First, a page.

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Beyond the Pandemic: Life After COVID-19

Beyond the Pandemic: Life After COVID-19

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Coronavirus has affected every facet of day-to-day life. Millions of Americans are without work and are struggling to make ends meet. The virus has affected military readiness, the oil market, and even the operations of terrorist organizations. Coronavirus has defined a generation and its impacts will continue to ripple throughout the world. As countries begin to pursue strategies to reopen their borders and restart the economy, we have to take a serious look forward at this new, post-pandemic life. In order to better understand what may lie ahead, ASP asked its fellows and staff members for their expertise and predictions.

This post will be continually updated in the upcoming weeks as developments occur.

Climate Security

I’m pessimistic that countries will prioritize the fight against climate change, in the aftermath of coronavirus. The pandemic has already exacted a devastating toll on the global economy. When economies reopen, governments around the globe will be under pressure to prioritize economic growth over everything else. However, it’s impossible to predict the psychological impact of the pandemic. Perhaps the power, and implacable force, of nature will sink in. Perhaps governments will stimulate growth by investing in green technology. Perhaps our collective experience fighting coronavirus will ignite a collective response to climate change.

Alex Hackbarth, Director of Climate and Energy Security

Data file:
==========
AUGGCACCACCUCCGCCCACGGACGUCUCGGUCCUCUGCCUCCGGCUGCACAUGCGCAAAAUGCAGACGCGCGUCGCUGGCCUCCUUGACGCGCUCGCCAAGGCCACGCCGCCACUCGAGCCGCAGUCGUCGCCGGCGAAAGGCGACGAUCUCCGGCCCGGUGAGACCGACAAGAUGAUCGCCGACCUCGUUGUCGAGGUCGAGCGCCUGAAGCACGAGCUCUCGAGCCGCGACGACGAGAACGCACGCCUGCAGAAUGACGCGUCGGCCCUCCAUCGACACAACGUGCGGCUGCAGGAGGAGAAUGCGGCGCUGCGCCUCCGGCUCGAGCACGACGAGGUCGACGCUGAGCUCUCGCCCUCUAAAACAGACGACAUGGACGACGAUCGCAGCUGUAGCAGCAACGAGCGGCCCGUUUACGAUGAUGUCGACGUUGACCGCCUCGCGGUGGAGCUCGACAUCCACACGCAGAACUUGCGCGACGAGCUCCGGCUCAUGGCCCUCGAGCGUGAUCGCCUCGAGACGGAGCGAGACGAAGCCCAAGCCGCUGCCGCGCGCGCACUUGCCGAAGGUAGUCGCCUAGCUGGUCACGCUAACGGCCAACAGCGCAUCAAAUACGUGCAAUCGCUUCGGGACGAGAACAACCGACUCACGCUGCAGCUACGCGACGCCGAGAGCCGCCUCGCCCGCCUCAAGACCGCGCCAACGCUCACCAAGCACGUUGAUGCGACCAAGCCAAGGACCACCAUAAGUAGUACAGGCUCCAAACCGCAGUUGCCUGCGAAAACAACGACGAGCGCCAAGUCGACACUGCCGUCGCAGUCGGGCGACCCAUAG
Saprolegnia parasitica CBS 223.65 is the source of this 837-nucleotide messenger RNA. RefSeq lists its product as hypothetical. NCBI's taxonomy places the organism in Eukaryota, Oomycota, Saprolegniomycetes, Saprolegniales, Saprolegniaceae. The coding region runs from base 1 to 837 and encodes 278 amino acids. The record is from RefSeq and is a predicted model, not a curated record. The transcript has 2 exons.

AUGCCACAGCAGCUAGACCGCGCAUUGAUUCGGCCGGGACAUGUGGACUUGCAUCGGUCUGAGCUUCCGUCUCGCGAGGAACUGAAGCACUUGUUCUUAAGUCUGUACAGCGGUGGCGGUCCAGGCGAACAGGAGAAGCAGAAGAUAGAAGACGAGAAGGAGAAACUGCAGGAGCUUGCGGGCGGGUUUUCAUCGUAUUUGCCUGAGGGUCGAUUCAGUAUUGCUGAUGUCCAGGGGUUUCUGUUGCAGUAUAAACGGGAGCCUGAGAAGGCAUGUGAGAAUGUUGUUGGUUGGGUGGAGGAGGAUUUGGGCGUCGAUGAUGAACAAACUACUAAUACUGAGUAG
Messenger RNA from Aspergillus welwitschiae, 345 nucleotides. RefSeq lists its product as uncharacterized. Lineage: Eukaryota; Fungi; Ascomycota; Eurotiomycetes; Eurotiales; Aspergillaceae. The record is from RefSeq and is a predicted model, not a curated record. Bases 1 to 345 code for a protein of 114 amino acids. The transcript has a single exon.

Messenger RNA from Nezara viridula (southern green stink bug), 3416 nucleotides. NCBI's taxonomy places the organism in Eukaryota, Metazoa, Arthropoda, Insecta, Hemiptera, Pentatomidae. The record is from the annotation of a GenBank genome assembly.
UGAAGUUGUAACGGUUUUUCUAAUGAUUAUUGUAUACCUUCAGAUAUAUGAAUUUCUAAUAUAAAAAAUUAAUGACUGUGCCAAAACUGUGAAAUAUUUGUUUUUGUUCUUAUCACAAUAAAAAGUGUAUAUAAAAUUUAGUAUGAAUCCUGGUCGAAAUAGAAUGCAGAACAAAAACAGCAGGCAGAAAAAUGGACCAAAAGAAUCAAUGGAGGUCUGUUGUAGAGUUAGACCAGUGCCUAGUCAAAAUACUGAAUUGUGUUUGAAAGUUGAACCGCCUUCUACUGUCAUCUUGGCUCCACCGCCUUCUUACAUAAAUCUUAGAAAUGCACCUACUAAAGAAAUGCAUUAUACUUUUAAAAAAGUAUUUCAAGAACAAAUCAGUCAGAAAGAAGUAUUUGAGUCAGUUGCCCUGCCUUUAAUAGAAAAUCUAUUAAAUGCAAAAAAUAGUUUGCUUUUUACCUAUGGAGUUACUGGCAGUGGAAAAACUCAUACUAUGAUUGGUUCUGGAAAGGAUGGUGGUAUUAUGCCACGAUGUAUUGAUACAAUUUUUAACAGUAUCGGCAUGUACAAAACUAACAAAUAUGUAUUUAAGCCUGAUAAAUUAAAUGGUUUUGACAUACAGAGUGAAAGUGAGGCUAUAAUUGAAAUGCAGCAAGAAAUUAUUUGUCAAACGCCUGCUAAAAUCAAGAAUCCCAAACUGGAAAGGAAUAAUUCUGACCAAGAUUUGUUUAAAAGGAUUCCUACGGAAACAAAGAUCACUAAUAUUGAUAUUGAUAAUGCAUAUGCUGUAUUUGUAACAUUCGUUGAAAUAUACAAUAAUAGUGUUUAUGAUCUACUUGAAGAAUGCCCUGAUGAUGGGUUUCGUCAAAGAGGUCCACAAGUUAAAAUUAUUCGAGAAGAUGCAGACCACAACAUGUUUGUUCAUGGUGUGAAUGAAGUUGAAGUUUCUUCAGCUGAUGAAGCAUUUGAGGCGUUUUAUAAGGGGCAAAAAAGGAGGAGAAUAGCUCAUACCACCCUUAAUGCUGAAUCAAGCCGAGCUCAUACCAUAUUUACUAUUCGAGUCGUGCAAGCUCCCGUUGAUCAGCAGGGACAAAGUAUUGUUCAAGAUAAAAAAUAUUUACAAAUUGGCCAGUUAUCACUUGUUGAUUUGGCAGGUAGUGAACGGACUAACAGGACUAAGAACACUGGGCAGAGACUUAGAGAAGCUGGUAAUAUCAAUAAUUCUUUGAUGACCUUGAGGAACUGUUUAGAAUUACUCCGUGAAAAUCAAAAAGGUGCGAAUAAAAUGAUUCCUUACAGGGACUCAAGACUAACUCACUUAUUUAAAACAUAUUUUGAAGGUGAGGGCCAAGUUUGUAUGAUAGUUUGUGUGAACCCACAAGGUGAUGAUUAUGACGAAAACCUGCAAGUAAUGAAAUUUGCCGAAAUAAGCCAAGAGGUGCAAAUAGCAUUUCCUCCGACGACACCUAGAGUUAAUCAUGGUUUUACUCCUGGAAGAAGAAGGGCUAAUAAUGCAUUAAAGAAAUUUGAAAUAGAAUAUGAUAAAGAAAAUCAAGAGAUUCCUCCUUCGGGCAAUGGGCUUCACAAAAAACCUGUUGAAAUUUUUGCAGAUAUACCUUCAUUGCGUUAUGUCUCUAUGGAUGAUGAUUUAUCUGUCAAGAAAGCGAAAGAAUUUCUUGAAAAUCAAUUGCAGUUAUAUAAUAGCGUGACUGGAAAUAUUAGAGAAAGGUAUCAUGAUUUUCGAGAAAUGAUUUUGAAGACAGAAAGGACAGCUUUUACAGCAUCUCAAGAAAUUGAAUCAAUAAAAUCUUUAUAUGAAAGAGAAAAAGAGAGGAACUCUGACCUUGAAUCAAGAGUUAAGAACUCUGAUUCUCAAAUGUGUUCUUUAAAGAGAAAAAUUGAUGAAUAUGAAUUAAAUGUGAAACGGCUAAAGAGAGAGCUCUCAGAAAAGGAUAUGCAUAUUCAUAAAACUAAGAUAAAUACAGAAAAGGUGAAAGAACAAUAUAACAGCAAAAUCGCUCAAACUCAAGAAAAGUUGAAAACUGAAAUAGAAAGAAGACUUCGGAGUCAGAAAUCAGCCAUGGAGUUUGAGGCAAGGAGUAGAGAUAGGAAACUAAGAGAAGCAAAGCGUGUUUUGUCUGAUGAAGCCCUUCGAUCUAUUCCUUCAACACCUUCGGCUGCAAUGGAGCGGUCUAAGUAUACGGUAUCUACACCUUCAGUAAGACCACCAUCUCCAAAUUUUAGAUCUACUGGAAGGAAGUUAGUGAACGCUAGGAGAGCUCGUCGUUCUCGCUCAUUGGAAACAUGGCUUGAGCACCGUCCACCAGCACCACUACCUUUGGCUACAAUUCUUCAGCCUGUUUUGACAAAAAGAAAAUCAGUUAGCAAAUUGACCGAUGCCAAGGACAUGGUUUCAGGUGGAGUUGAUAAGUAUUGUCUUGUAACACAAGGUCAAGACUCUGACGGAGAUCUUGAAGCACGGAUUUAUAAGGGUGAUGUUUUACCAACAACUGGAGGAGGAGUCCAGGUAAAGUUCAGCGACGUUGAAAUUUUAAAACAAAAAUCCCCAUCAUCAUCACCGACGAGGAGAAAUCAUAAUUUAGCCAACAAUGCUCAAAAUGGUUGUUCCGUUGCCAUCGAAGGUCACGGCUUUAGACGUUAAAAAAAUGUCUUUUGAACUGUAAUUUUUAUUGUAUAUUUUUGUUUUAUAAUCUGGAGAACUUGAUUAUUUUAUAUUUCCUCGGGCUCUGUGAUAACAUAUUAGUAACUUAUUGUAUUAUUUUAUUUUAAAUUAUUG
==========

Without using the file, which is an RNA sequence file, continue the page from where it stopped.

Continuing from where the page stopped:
COVID-19 related restrictions are beginning to lift, but without a vaccine or other treatments the virus will continue to be a major risk for the foreseeable future. To make matters worse, there are early forecasts predicting an active upcoming hurricane season. This is concerning because we know that climate change brings more frequent and severe storms each year. The possibility of these threats interacting presents an enormous risk for the U.S. Thankfully the crisis has not yet been exacerbated by a separate major disaster, but preparations should be made in case a worst case scenario does occur.

Jordan Burns, Junior Fellow

A New World Order

The Coronavirus has changed everyday life throughout America and the world. Most geopolitical events have little impact on individual Americans – even 9/11 and the ensuing wars in Iraq and Afghanistan had little impact on most people outside of New York, Washington, and the military communities.

That is not the case with the Coronavirus. It went from a faraway corner on the ragged edge of the frontier between civilization and nature along the well-traveled pathways of globalization into everyone’s life in only four months. In a democracy, such an event will have dire consequences. I worry this will result in a retreat from globalization and interconnectedness – even though that will make us all poorer and more insecure.

Andrew Holland, COO

When lockdowns end and economies re-open around the world, we’ll not return to the pre-COVID-19 period. Instead, we’ll begin the “post-liberal world order” with globalization under assault like never before. This pandemic, which threatens food security in many “developing” countries, has left many people angry and scared about how public health issues in a city on the other side of the planet can so quickly turn their lives upside down. As a consequence of this global crisis, governments across the world will become more nationalist, authoritarian, and protectionist. Additionally, the Beijing-Washington geopolitical rivalry will continue heating up.

Giorgio Cafiero, CEO & founder of Gulf State Analytics

There will be a rush to return to the status quo ante. Battles, kinetic and political, will resume upon their same old lines. Trump and Xi will each declare that they singlehandedly solved the health and economic crises. Knock-on effects such as declining aid and migration limits will devastate recipient countries. More positively, nonessential travel, and therefore emissions, will return slowly and cautiously. Some countries may rethink China’s position in their supply chains. And maybe – just maybe – we’ll all have a better understanding of why international cooperation and transparency are essential for preserving civilization during crises.